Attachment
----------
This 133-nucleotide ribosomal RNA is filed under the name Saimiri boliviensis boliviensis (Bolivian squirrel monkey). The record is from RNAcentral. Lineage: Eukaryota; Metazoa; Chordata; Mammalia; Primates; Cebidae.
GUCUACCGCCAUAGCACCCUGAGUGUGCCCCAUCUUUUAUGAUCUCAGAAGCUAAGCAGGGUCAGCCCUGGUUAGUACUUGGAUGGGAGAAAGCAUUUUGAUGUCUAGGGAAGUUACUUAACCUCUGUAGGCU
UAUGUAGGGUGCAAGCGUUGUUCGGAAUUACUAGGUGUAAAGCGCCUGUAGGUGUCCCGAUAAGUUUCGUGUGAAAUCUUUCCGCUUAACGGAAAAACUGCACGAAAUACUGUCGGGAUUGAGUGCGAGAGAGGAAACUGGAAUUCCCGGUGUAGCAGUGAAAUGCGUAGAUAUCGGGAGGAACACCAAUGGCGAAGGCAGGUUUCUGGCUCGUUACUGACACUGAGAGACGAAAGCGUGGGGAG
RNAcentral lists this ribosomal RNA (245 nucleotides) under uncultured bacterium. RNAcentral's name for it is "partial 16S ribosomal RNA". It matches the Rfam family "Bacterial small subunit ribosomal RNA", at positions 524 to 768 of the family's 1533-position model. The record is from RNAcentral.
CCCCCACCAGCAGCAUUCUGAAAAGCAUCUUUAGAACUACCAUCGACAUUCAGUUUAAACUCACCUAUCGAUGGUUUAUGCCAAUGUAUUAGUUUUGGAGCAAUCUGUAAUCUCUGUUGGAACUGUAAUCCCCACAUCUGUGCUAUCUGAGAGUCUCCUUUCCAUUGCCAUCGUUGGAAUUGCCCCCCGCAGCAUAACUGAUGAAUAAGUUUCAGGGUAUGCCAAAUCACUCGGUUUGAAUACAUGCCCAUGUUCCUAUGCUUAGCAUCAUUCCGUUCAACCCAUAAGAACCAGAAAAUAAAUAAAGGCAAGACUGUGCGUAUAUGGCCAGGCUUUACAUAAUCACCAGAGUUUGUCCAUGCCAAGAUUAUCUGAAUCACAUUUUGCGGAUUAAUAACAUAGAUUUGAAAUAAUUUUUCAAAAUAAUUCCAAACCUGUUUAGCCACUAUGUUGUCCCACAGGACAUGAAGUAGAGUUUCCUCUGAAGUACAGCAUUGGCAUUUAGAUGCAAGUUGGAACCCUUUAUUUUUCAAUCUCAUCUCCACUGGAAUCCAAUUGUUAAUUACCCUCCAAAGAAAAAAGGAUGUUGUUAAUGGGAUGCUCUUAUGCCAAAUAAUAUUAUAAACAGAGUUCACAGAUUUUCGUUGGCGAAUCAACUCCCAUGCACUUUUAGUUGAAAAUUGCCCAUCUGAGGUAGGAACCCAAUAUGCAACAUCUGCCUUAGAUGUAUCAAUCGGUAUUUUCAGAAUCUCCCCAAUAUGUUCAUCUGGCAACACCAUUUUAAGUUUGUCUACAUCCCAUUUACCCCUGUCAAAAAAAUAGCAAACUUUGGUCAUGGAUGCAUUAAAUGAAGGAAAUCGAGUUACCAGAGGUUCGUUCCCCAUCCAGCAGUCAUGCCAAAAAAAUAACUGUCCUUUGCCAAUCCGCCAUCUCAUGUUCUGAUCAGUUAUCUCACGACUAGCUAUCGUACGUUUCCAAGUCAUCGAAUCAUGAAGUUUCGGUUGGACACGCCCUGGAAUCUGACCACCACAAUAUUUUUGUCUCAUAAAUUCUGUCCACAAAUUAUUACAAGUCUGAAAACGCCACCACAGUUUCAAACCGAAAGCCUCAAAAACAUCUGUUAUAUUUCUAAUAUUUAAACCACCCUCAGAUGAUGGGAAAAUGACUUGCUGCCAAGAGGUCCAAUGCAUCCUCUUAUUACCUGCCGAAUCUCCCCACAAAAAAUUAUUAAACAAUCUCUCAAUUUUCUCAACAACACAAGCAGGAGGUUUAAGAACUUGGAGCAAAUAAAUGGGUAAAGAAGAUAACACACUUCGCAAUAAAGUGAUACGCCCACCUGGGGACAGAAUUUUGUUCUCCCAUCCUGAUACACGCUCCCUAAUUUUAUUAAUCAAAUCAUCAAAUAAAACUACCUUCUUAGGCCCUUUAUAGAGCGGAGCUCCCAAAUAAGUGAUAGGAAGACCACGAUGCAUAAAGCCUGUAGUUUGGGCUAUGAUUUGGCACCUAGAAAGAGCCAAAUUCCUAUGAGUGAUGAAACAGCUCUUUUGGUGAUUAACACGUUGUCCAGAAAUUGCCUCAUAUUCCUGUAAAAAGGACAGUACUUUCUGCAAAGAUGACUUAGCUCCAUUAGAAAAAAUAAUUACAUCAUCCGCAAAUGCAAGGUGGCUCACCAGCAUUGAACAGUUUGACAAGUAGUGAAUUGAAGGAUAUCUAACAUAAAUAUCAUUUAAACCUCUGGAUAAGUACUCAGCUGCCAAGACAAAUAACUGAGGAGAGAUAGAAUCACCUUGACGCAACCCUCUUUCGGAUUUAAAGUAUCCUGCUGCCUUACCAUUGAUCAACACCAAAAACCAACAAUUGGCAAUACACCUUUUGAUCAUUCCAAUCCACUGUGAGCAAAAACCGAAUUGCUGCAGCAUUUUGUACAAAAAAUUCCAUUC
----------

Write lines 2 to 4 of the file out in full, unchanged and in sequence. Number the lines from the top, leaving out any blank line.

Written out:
GUCUACCGCCAUAGCACCCUGAGUGUGCCCCAUCUUUUAUGAUCUCAGAAGCUAAGCAGGGUCAGCCCUGGUUAGUACUUGGAUGGGAGAAAGCAUUUUGAUGUCUAGGGAAGUUACUUAACCUCUGUAGGCU
UAUGUAGGGUGCAAGCGUUGUUCGGAAUUACUAGGUGUAAAGCGCCUGUAGGUGUCCCGAUAAGUUUCGUGUGAAAUCUUUCCGCUUAACGGAAAAACUGCACGAAAUACUGUCGGGAUUGAGUGCGAGAGAGGAAACUGGAAUUCCCGGUGUAGCAGUGAAAUGCGUAGAUAUCGGGAGGAACACCAAUGGCGAAGGCAGGUUUCUGGCUCGUUACUGACACUGAGAGACGAAAGCGUGGGGAG
RNAcentral lists this ribosomal RNA (245 nucleotides) under uncultured bacterium. RNAcentral's name for it is "partial 16S ribosomal RNA". It matches the Rfam family "Bacterial small subunit ribosomal RNA", at positions 524 to 768 of the family's 1533-position model. The record is from RNAcentral.